Tired of being slaughtered like sheep and chased from a place they have called home for two millennia, some Christian groups in northern Iraq have decided to take up arms to defend their place in the war-torn country from the terror of ISIS.
Henry Sarkis, 44, an official with the Assyrian Patriotic Party which is one of several Assyrian political organizations in Iraq, told National Geographic that his party has armed and dispatched 40 of its members to join the Kurdish Peshmerga, the official security force of the Kurdistan Regional Government, in fighting ISIS in Iraq’s northwest.
ISIS militants are using mines and IEDs to stop Peshmerga forces trying to flush them from the area, according to The Wall Street Journal’s Tamer El-Ghobashy.
The last time Christians took up arms in Iraq was when they fought briefly alongside the Kurds against Saddam Hussein.
“We keep talking about Jesus and peace, and now we’ve reached the point where it’s not enough,” Sarkis told National Geographic from his party’s headquarters in Dahuk, Iraq. “The age of waiting for the Peshmerga to take back territory while we sit is over. We took the decision that, with our limited abilities, we will try to participate.”
Sarkis says the mostly symbolic move is the “first wave,” and the group of Christian fighters have taken on the name Dukha, which means “sacrifice” in Assyrian.
His party, says Sarkis, bought weapons with money donated by members in the diaspora and they are looking to raise more money to get more arms. Their main focus in the fight, he says, is to secure territory as the Peshmerga advances against ISIS.
Christians taking up arms in Iraq stands in stark contrast to the passive victim profile they have been known for since 2003 and is likely to make them more of a target. Sarkis, however, isn’t worried as he believes embracing a fighting life is much better than accepting a passive death.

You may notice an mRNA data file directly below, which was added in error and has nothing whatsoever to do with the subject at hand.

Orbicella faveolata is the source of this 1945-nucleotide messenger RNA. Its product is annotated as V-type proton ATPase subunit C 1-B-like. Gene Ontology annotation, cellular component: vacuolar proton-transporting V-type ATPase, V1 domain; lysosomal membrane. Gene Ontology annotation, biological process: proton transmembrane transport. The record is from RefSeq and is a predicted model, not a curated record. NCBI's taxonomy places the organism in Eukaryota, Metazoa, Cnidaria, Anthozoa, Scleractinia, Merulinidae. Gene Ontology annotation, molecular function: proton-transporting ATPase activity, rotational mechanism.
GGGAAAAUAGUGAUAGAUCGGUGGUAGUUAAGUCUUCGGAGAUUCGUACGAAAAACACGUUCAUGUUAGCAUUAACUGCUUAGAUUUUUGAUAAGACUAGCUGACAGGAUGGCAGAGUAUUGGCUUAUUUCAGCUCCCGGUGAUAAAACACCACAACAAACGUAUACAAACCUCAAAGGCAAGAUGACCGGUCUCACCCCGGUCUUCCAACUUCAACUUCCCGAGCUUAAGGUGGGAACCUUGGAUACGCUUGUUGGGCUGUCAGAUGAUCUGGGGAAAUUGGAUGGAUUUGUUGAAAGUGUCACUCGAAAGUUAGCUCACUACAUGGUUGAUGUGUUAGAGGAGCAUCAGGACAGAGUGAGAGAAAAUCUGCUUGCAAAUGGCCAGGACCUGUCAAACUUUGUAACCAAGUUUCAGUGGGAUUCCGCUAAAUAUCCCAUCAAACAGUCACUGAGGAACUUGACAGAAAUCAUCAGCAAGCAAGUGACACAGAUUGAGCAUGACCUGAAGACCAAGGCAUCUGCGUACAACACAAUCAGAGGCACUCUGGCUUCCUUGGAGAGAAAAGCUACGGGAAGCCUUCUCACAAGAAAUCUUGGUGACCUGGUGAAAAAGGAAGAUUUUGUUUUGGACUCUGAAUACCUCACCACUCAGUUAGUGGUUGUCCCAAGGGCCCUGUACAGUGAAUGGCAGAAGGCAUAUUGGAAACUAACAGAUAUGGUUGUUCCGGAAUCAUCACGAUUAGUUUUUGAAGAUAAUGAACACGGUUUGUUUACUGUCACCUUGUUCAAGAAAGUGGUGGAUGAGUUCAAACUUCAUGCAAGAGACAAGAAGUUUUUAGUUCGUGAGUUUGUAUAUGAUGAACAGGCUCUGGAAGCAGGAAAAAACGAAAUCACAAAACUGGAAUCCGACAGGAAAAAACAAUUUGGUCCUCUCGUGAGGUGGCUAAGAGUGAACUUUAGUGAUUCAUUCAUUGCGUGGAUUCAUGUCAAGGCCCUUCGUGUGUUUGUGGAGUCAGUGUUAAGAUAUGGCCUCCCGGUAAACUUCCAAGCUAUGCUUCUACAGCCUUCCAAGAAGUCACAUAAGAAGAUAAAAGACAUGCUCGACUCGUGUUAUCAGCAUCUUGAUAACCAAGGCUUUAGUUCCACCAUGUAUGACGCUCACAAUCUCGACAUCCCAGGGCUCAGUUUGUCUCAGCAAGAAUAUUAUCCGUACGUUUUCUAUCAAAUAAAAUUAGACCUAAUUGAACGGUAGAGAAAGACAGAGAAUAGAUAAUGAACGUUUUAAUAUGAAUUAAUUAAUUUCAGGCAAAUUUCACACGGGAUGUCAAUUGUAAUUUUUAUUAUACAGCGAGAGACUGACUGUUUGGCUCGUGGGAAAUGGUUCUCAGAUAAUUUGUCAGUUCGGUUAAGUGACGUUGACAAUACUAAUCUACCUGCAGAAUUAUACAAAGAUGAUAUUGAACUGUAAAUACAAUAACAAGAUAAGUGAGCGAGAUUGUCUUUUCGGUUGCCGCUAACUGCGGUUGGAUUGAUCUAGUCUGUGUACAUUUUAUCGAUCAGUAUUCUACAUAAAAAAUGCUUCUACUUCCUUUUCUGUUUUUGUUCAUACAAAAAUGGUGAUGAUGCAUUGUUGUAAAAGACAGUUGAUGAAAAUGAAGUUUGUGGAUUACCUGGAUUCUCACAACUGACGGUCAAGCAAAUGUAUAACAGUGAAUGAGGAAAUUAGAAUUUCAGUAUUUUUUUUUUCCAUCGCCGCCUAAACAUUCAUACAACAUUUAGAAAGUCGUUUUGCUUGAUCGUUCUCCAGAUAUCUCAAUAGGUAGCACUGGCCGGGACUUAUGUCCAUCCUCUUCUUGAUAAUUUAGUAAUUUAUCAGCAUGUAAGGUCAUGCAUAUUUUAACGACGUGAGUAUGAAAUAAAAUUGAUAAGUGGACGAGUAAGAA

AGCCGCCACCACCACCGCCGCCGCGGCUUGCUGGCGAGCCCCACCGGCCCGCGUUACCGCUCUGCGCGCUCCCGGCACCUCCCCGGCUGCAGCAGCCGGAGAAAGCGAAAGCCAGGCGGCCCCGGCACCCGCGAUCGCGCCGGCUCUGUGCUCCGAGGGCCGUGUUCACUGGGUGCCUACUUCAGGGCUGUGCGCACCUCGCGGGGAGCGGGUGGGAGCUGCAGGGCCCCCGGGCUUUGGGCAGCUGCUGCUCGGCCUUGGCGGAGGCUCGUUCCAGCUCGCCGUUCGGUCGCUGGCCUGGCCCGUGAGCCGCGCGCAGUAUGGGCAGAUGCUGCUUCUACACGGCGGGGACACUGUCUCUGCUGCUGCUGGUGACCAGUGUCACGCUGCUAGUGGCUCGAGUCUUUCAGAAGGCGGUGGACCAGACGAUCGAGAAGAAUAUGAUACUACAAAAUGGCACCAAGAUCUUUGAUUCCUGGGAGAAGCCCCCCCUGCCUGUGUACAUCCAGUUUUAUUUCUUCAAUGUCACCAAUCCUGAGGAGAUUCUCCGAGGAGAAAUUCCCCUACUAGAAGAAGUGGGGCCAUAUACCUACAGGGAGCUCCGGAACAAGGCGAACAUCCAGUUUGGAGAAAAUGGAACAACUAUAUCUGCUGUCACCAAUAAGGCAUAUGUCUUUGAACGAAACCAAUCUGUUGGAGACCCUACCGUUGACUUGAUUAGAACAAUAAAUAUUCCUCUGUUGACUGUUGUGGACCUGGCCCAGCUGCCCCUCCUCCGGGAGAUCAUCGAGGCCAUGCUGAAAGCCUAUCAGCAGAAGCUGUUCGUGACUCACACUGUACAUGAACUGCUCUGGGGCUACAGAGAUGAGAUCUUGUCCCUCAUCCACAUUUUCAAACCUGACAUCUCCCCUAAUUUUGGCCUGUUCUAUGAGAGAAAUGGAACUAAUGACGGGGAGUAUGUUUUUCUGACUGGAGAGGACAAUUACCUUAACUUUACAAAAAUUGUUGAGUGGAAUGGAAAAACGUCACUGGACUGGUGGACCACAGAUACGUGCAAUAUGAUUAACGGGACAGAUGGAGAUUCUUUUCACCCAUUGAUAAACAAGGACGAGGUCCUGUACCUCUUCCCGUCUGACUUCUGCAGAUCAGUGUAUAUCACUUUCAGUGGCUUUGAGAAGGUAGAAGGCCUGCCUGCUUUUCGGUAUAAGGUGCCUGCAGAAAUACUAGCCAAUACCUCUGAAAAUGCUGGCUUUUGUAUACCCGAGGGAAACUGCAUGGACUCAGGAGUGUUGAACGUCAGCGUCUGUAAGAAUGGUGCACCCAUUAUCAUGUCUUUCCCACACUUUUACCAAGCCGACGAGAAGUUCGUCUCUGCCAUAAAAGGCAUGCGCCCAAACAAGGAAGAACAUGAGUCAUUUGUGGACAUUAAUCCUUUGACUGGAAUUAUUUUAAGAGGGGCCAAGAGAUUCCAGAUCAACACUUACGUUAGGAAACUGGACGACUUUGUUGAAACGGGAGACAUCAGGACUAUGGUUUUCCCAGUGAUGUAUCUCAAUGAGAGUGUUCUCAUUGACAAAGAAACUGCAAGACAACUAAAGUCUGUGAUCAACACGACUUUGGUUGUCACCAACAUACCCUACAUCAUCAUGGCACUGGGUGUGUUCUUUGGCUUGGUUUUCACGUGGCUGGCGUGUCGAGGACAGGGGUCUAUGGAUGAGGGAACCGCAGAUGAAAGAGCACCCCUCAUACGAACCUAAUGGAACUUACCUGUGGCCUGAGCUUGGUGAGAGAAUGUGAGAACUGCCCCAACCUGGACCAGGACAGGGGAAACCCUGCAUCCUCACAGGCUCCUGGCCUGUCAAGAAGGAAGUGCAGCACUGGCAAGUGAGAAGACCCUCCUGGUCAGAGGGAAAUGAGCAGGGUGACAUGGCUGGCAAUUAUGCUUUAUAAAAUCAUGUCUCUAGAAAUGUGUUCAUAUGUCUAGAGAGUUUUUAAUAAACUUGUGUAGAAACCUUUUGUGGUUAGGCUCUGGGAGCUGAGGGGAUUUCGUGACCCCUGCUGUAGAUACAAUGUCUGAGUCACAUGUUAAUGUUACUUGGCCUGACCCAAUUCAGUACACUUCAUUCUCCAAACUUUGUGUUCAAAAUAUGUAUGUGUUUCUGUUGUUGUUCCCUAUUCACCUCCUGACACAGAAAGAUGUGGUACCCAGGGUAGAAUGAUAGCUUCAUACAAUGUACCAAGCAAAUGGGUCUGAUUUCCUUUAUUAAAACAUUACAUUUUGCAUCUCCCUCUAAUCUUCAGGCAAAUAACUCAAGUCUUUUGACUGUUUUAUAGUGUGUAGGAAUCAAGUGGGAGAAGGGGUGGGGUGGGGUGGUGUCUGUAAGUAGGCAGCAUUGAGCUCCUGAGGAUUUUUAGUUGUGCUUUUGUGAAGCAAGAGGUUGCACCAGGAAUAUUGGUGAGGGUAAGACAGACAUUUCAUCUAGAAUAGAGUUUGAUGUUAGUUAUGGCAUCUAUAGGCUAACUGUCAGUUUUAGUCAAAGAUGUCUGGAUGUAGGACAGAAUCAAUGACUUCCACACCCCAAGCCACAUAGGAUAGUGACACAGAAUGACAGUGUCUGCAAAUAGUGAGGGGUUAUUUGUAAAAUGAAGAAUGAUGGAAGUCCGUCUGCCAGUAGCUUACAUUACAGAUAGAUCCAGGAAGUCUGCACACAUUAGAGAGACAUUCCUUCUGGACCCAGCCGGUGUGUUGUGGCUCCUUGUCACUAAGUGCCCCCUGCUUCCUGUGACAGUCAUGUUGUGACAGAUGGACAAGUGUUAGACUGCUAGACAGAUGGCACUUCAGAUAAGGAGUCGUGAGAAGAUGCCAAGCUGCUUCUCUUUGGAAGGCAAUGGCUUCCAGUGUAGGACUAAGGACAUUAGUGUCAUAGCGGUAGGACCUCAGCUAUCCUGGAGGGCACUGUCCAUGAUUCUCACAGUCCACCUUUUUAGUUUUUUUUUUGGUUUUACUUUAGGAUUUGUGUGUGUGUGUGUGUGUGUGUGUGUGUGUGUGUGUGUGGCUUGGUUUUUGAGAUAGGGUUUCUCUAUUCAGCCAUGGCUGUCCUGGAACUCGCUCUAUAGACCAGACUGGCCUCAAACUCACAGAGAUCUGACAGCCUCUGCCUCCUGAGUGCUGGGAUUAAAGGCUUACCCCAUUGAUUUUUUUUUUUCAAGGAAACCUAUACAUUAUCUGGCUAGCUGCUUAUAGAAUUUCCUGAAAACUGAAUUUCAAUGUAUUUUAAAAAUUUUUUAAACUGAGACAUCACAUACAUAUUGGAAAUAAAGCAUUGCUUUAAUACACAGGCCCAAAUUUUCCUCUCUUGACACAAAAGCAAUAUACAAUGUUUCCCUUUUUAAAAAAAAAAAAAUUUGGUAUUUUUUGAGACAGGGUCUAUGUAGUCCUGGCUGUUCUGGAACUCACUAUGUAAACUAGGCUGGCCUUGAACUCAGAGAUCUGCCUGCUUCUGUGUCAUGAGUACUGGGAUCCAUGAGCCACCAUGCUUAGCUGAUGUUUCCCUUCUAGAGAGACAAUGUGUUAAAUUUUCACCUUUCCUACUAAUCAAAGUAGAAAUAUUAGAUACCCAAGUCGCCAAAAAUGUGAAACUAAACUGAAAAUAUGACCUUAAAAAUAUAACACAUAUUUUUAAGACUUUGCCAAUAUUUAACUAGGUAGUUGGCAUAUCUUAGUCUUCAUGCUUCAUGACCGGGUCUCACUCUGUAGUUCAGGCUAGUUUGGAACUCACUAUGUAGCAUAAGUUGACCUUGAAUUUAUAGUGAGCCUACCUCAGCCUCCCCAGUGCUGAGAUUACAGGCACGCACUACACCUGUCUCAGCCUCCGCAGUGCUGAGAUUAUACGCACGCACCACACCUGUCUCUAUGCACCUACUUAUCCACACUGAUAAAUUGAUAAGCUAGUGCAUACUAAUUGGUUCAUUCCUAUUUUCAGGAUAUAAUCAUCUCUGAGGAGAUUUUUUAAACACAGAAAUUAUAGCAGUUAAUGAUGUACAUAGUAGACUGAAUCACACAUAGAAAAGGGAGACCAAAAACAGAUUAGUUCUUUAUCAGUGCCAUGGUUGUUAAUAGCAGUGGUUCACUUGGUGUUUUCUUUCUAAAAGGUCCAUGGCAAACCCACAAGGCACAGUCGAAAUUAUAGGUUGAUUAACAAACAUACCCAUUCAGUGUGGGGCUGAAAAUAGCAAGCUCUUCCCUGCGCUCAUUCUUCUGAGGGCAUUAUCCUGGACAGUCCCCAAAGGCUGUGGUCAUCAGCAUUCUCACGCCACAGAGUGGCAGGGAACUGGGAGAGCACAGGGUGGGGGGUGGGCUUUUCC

“We’re being killed in our homes, so why not defend ourselves? Then even if we die, we die with dignity,” he said. “We didn’t want to reach this point — we just want to live in our areas.”
Christians make up less than 1 percent of Iraq’s population, according to the CIA, and their numbers have dwindled from about 1.5 million in 2003 to less than 500,000 today.
In Mosul, which was overrun by ISIS militants in June, Duraid Tobiya, 53, an Assyrian from the city said about 40 of the 8,000 to 10,000 Christians that once lived there still remain. And those that remain barely count. ISIS militants exempted them from an edict to convert to Islam, pay a tax or die after they were found to be too sick, too old or too poor to obey the order.
“I’m from Mosul — this is the first time I’ve been displaced,” said Tobiya. “I lived through everything else that happened in Mosul, but it’s all very different from what’s happening now.”
Tobiya has no faith in the Peshmerga or the Iraqi Army to protect Christians from ISIS because both forces once abandoned their duty to protect Christians and other minorities from ISIS attacks.
He now only sees two options to the problems Christians face in Iraq: “Either mass emigration or an internationally protected safe zone. We have no other options. We are against emigration, because we are not only the sons of this country but its original inhabitants.”